March 2021

6.6 Subrogation

Summary of Directive

To describe the circumstances under which the ministry has a right to be subrogated for damages and the procedures to be followed.

Legislative Authority

Section 8 of the Ministry of Community and Social Services Act
Section 52 of the ODSP Act

Intent of Policy

To ensure the ministry’s right to be subrogated to a person’s claim for any damages or compensation, where appropriate. To ensure that cases which may qualify for subrogation are identified and pursued.

Application of Policy

Definition of Subrogation

Subrogation allows the ministry to recover monies paid under ODSP employment supports for goods and/or services to a client where the client is taking court action against a third party due to a wrongful act, negligence or breach of contract.

It is the ministry’s policy that past and future costs are the responsibility of the party held legally responsible for the client’s disability, subject to liability or insurance policy limits.


  • The applicant/client must notify ODSP staff of any legal actions pending.
  • ODSP income support recipients will disclose this as part of the application process for ODSP after which the necessary forms are completed (i.e. "Expected Compensation or Settlement Referral" form, Assignment, Authorization and Direction form, and Agreement to Reimburse form) and forwarded to the ministry’s Legal Services Branch.
  • For non-income support recipients, ODSP staff will contact the client to obtain details regarding the incident and determine whether they intend to sue or is in the process of suing.
  • The "Expected Compensation or Settlement Referral" form must be completed with the additional information and copies of relevant documents attached. ODSP staff forward these documents to the ministry’s Legal Services Branch.
  • ODSP staff will forward the following information to the ministry’s Legal Services Branch, where it is readily available from the client:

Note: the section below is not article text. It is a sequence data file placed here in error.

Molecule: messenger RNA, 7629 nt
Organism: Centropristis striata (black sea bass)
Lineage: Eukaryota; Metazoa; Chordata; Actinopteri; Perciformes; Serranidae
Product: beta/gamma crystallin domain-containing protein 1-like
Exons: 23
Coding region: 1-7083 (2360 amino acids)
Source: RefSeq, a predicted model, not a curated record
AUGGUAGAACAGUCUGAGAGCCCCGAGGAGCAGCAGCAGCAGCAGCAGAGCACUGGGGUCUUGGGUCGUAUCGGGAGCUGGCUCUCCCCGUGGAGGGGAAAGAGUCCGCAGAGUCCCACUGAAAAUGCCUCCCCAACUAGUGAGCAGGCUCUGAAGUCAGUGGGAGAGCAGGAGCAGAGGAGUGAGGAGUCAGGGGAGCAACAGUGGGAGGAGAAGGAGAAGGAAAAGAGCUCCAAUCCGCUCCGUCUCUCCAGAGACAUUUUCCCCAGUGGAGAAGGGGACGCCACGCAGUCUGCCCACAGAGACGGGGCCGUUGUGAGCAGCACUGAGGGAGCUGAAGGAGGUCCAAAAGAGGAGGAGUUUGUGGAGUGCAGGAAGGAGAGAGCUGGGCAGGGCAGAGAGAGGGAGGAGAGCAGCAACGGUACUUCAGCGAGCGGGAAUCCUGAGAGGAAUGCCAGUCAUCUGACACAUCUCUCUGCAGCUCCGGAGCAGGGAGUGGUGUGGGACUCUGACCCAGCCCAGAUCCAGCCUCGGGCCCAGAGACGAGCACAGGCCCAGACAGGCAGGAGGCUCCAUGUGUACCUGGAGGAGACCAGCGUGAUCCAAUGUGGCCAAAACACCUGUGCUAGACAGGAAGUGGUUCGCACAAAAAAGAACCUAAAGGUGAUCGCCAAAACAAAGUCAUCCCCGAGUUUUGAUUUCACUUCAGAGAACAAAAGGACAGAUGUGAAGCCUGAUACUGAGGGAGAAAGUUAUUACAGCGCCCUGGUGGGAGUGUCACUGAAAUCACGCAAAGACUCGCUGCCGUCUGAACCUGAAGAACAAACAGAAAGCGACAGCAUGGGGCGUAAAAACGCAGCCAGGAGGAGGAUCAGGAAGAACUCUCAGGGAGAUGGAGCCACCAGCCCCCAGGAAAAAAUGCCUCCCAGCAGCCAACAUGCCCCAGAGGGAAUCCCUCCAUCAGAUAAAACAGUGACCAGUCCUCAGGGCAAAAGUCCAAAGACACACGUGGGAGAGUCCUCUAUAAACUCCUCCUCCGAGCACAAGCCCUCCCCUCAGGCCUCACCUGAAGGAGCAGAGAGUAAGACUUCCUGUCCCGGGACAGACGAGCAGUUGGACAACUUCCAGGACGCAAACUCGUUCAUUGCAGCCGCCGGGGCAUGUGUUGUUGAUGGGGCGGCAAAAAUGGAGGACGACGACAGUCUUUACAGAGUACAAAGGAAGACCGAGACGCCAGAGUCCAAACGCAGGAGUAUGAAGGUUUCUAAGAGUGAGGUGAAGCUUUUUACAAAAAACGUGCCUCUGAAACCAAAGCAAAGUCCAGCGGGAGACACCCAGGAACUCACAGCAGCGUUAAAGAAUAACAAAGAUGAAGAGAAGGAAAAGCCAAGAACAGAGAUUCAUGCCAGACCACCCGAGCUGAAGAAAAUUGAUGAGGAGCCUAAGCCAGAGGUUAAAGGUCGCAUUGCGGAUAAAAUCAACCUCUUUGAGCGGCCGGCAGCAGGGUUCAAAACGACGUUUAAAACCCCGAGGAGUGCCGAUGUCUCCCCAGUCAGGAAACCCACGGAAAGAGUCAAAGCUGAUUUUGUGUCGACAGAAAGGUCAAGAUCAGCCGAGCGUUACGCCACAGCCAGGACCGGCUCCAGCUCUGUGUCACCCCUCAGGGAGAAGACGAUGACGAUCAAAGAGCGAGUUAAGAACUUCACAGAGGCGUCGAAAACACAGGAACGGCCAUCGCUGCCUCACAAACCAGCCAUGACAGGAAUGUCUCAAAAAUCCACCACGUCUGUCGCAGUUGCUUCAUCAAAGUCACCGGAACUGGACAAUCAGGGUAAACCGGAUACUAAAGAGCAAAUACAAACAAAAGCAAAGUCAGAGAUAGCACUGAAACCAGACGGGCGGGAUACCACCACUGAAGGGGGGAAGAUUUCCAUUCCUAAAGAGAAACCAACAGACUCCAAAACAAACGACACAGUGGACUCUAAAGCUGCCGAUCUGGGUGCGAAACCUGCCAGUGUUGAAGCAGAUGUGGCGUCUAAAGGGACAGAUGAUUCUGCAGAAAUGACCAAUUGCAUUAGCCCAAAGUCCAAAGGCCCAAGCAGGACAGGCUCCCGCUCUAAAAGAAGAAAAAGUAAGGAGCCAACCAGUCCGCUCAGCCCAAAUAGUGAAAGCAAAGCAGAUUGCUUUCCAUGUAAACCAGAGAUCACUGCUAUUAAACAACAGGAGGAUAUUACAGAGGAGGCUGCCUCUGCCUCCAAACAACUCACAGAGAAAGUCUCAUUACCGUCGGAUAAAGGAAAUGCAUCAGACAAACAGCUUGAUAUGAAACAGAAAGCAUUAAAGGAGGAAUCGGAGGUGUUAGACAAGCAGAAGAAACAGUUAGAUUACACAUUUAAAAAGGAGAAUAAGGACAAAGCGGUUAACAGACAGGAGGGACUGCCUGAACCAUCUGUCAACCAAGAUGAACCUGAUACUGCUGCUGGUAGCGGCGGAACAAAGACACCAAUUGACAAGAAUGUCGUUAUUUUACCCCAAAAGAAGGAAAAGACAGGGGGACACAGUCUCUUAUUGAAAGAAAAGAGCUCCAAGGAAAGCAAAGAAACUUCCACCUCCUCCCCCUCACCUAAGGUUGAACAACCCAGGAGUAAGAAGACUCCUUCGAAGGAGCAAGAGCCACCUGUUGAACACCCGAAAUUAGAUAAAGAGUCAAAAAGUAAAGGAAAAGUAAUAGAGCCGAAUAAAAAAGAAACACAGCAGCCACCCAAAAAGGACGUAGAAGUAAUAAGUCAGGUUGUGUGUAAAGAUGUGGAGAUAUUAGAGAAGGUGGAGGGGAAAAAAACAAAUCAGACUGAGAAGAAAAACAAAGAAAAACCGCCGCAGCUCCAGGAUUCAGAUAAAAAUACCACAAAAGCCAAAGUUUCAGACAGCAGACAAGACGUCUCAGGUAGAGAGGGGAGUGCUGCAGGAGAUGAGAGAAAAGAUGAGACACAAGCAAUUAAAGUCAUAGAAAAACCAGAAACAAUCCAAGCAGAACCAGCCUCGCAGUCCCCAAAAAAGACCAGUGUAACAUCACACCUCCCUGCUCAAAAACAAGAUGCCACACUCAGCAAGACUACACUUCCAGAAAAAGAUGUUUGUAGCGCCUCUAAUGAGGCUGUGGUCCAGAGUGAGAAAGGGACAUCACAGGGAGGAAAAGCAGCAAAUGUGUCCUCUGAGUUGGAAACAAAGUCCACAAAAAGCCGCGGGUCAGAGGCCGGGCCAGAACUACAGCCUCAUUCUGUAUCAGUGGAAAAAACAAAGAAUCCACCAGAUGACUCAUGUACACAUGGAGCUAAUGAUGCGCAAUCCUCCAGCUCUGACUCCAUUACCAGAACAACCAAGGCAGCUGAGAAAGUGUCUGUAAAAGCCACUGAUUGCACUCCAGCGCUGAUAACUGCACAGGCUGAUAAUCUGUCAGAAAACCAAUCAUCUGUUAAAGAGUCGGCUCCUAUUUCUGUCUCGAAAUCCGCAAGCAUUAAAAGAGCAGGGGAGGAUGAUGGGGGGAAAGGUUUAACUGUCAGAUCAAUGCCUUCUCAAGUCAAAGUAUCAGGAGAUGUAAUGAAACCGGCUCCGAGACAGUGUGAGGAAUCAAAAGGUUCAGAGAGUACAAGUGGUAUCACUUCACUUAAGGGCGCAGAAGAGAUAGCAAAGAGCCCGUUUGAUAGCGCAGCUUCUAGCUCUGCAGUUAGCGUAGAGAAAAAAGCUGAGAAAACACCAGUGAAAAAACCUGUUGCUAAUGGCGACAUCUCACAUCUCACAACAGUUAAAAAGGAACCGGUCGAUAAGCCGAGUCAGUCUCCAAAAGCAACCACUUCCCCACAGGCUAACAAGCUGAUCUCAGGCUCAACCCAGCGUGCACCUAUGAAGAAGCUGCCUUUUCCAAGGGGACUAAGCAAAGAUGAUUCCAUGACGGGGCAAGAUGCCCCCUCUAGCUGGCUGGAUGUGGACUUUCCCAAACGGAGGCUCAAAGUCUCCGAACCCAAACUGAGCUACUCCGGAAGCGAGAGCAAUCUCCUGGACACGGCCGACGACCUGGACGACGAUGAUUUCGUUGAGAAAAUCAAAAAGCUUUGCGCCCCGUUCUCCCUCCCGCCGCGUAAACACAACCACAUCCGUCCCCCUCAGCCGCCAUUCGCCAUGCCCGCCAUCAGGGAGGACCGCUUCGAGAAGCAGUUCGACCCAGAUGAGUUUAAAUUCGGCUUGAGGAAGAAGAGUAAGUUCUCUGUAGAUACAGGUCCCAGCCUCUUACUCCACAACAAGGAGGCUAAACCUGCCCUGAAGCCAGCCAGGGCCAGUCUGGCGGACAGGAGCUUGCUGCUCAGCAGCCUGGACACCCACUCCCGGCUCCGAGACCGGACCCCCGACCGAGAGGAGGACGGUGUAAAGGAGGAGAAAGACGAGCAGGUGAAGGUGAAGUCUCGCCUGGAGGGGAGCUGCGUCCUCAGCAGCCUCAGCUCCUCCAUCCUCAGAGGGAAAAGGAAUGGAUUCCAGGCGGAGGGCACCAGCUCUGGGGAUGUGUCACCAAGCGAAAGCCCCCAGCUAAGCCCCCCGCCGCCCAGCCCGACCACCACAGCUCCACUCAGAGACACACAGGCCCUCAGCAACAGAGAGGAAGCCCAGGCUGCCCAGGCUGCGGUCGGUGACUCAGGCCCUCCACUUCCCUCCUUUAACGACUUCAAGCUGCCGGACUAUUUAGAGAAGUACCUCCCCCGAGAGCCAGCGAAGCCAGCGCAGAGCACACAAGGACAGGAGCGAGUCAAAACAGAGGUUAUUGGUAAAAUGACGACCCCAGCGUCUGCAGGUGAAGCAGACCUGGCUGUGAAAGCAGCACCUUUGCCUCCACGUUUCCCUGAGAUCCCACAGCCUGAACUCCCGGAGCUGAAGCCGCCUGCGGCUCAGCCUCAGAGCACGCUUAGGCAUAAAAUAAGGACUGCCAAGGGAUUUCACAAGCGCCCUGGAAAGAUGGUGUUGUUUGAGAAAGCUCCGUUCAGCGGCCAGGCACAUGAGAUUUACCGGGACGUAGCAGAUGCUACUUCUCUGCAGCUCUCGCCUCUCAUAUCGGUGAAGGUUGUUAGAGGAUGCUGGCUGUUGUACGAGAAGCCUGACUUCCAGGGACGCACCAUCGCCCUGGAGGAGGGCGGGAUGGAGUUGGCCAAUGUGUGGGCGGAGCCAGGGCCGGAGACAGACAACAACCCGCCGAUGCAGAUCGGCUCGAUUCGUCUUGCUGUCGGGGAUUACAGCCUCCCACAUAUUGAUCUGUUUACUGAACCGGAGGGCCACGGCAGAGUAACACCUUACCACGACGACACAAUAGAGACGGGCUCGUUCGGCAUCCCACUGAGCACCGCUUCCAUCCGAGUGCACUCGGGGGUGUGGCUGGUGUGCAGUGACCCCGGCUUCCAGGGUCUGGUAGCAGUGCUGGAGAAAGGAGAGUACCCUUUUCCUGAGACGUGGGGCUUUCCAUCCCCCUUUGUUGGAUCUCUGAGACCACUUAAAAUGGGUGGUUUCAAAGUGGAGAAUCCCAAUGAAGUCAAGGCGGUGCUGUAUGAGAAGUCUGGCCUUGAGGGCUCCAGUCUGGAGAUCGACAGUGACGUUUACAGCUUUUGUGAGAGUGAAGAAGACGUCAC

• name, address and phone number of the client;
    • name, address and phone number of client’s lawyer;
    • date, circumstances and nature of the incident giving rise to the disability;
    • copies of pertinent reports (e.g., police, medical, etc.);
    • details regarding any civil proceeding already underway;
    • copies of available court documents;
    • the value of goods and services already provided;
    • the approximate value of goods and services likely to be provided in the future; and,
    • details of any proposed settlement.
  • The client’s lawyer should be contacted only to determine the lawyer’s name and address or to determine the status of legal action. Where the client’s lawyer wishes to discuss any issues related to subrogation, ODSP staff must direct the lawyer to the ministry’s Legal Services Branch.
  • Where additional/missing information is required, the ministry’s Legal Services Branch will contact the client’s lawyer.

Court Testimony

Where ODSP staff are asked to appear as a witness in a civil suit, they must ask to be subpoenaed. The client’s file must also be subpoenaed before it can be used in court. However, it should be noted that the subpoena does not authorize release of file information prior to the court appearance.

Lawyers’ Requests for Personal Information

ODSP staff must ensure that all requirements under the Freedom of Information and Protection of Privacy Act (FIPPA) are satisfied. To release information on file prior to court, the following procedures apply. In general, all communication relating to a subrogation or potential subrogation matter must take place between the ministry’s Legal Services Branch and the client’s lawyer.

Requests not made under FIPPA:

Where a lawyer’s request for information about a client relating to a subrogation or potential subrogation matter is not made expressly under FIPPA, the request is referred to the ministry’s Legal Services Branch which is responsible for handling these requests.

Requests made under FIPPA:

Section 42 of the Freedom of Information and Protection of Privacy Act states:

“An institution shall not disclose personal information in its custody or under its control except,
(b) Where the person to whom the information relates had identified that information in particular and consented to its disclosure.”

A lawyer who requests client information under FIPPA, relating to a subrogation, or potential subrogation matter, must provide the local ODSP office with the signed consent of the client for disclosure of information.  The matter is then referred to the designated decision-maker who is authorized to release the information. A copy of the request for information and any related correspondence is forwarded immediately to the Director of the Legal Services Branch.

Related Directives